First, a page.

Back pain is an incredibly common issue. In Upwey, Ferntree Gully, Upper Ferntree Gully and the surrounding hilly suburbs, many of us live incredibly active lifestyles. This includes lots of gardening on slopes, working on a steep incline and walking up and down hills.
All of this can take a toll on our backs if we are overdoing it or have older injuries. And it’s not just people working outdoors. In 2020 I saw a big increase in people suffering from back pain related to badly configured home working stations!
According to the World Health Organisation, “low back pain is the leading cause of activity limitation and work absence throughout much of the world”.
Acupuncture is positively effective at treating lower back pain and sciatica, according to the 2017 Acupuncture Evidence Project (PDF, 1.42MB).
How quickly can back pain respond to acupuncture?
This entirely depends on how chronic your condition is and the nature of the cause of the pain. A very chronic case of back pain relating to a much earlier injury may require ongoing sessions. A recent case of back pain with no underlying pathology may relieve in a few sessions.
I always do a thorough assessment during an initial consultation and advise what length of treatment plan is appropriate in your case.
How I treat back pain
I have worked with patients suffering from a vast array of back pain issues during my years of clinical practice. They have included people with muscular tension, pain from disc degeneration or bulging discs, sciatica, lower back pain, upper back pain, sprains and strains.
The way I treat you will depend on your individual back issue, but I often treat back pain with:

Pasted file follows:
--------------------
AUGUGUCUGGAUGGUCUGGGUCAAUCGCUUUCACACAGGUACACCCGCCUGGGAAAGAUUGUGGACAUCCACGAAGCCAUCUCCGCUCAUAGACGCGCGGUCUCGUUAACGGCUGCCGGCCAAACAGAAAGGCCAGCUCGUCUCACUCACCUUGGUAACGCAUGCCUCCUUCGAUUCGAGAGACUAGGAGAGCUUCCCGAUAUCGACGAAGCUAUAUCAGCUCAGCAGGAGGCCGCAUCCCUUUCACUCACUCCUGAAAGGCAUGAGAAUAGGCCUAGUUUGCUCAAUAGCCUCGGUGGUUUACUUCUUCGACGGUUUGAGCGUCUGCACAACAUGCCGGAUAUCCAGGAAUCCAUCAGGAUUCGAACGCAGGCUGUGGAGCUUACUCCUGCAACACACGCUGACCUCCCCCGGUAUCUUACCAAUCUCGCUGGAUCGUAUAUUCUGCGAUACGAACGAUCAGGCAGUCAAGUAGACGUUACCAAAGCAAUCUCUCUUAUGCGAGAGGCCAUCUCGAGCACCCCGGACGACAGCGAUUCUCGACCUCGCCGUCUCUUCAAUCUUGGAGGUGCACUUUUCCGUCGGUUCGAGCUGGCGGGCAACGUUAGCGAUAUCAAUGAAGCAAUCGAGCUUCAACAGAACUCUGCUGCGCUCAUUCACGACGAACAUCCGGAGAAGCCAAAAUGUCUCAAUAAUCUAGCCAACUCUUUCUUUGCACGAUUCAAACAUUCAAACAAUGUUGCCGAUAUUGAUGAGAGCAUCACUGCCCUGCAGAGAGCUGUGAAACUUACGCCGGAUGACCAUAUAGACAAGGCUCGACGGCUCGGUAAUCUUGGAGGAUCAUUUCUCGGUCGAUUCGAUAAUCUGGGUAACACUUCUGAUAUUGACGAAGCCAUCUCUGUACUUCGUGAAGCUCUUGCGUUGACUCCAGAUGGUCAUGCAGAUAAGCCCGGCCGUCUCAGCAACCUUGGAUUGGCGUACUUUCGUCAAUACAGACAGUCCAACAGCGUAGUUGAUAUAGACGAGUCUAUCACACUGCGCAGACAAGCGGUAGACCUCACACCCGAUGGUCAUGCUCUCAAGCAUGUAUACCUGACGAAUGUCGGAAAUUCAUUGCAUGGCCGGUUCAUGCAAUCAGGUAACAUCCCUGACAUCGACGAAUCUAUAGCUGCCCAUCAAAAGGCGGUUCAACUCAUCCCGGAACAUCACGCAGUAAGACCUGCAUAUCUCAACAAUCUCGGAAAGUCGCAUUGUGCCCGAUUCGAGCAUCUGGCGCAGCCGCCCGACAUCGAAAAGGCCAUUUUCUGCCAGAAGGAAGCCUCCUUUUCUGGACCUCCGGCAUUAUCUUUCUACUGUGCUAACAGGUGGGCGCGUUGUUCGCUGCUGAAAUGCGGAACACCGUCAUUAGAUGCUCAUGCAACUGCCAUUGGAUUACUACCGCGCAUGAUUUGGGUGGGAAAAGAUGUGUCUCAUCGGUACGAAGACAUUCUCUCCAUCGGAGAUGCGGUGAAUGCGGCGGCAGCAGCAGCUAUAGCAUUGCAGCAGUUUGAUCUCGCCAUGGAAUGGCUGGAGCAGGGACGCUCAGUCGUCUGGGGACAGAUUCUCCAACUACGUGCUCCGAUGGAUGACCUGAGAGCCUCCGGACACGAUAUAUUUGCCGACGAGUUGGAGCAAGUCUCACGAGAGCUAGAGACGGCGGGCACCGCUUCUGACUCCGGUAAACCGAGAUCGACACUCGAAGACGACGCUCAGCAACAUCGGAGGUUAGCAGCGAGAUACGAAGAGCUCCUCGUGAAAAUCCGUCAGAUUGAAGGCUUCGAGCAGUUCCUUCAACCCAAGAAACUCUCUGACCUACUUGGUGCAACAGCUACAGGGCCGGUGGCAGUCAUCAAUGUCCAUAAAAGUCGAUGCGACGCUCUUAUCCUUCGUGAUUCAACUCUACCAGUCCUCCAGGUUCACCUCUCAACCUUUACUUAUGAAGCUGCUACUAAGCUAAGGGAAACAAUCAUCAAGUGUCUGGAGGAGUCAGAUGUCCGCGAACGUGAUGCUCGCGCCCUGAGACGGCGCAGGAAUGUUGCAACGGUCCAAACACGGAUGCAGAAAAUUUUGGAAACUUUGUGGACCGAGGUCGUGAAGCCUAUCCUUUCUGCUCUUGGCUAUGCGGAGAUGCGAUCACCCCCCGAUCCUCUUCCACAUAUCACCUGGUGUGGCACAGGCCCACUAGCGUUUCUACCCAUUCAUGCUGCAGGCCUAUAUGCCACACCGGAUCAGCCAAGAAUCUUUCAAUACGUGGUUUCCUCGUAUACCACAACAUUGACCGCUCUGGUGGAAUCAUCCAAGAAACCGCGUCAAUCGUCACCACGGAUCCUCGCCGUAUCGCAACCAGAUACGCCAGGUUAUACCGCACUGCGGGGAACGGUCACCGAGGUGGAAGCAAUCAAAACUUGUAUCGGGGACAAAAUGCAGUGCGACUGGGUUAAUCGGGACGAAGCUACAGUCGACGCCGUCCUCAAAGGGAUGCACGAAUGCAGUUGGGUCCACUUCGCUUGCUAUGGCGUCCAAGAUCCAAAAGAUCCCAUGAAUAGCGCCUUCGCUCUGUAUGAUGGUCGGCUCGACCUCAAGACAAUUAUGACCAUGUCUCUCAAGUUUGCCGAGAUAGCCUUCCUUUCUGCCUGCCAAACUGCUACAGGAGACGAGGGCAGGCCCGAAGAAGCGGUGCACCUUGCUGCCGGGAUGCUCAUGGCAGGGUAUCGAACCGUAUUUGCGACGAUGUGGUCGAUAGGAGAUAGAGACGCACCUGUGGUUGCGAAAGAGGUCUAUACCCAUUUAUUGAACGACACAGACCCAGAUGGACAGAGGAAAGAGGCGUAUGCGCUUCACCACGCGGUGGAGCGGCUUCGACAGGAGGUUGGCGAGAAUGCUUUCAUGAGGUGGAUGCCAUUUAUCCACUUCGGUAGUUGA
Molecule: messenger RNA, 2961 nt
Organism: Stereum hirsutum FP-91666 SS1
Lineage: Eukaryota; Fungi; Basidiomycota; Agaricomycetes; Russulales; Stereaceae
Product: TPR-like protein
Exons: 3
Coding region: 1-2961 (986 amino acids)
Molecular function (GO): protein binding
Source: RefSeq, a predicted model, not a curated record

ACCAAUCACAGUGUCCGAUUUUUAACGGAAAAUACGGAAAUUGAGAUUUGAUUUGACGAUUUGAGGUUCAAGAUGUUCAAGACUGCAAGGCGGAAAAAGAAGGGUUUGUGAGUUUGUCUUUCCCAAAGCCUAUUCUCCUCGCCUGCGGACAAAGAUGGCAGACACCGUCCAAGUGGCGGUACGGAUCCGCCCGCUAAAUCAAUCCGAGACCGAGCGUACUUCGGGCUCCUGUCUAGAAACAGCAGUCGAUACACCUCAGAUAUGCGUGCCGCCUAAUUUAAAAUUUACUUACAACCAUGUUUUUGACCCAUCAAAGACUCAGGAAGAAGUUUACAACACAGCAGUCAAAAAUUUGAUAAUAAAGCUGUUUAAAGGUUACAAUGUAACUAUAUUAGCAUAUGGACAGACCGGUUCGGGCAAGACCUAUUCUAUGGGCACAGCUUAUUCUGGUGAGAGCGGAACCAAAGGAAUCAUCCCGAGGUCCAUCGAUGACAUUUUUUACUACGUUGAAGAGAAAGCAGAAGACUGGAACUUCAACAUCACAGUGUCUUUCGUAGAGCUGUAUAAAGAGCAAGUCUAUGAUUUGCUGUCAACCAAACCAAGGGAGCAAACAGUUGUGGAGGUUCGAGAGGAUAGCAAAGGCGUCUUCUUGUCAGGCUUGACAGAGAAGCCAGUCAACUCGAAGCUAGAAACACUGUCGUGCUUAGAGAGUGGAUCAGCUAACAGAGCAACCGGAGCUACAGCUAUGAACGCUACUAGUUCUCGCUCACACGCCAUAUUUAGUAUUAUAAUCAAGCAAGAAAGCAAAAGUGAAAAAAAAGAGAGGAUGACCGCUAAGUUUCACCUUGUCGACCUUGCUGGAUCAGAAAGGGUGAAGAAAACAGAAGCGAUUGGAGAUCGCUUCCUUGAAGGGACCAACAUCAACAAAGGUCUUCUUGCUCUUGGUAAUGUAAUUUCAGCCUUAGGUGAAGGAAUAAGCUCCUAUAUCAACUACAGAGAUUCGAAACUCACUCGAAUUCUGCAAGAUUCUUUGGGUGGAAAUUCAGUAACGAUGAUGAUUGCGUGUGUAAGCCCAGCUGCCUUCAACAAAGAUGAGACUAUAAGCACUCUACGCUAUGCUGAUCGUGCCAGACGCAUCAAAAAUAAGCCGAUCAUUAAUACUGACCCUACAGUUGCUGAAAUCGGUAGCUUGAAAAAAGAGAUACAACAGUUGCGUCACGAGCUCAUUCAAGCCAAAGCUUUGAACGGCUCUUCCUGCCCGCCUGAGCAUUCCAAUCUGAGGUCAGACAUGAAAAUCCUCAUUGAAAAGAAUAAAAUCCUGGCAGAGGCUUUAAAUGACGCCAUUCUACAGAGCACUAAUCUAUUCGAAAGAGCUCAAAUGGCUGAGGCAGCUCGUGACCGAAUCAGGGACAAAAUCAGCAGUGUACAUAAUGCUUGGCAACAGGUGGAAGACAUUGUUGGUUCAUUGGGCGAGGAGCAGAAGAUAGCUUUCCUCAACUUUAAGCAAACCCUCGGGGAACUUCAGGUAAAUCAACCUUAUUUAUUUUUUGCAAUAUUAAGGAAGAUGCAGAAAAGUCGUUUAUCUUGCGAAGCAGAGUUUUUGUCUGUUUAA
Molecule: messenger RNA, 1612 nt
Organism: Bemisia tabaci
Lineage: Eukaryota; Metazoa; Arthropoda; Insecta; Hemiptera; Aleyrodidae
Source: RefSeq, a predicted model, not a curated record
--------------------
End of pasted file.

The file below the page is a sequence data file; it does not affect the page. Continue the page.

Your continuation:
- acupuncture – often in the local pain area accompanied by points on the arms or legs
- gentle massage with palpation to work out exactly where the pain is, how it radiates, what makes it better or worse. Often I will use herbal liniment or a heatlamp to help release tension and ease pain
- cupping to release the muscles
- moxabustion (a warming topical herb)
- internal herbal medicine.
I will always give you self-care advice for back pain. This might be aimed at aiding movement and relieving pain between sessions. If loosening the back is advisable I may recommend some Qi Gong, home use of liniments, or heat.
In chronic and difficult cases I may advise a cross referral. For example, if your issue needs realignment I may cross refer with a chiropractor and if it needs strengthening I may work in tandem with a physiotherapist.
If you have chronic back issues, looking after your back on an ongoing basis is key to keeping you moving.
How does acupuncture work for back pain?
According to the British Acupuncture Council, acupuncture may help back pain by:
- providing pain relief – by stimulating nerves located in muscles and other tissues, acupuncture leads to release of endorphins and other neurohumoral factors and changes the processing of pain in the brain and spinal cord (Pomeranz 1987; Zhao 2008).
- reducing inflammation – by promoting release of vascular and immunomodulatory factors (Kim 2008, Kavoussi 2007; Zijlstra 2003).
- improving muscle stiffness and joint mobility – by increasing local microcirculation (Komori 2009), which aids dispersal of swelling and bruising.
- reducing the use of medication for back complaints (Thomas 2006).
- providing a more cost-effective treatment over a longer period of time (Radcliffe 2006;Witt 2006).
- improving the outcome when added to conventional treatments such as rehabilitation exercises (Ammendolia 2008; Yuan 2008).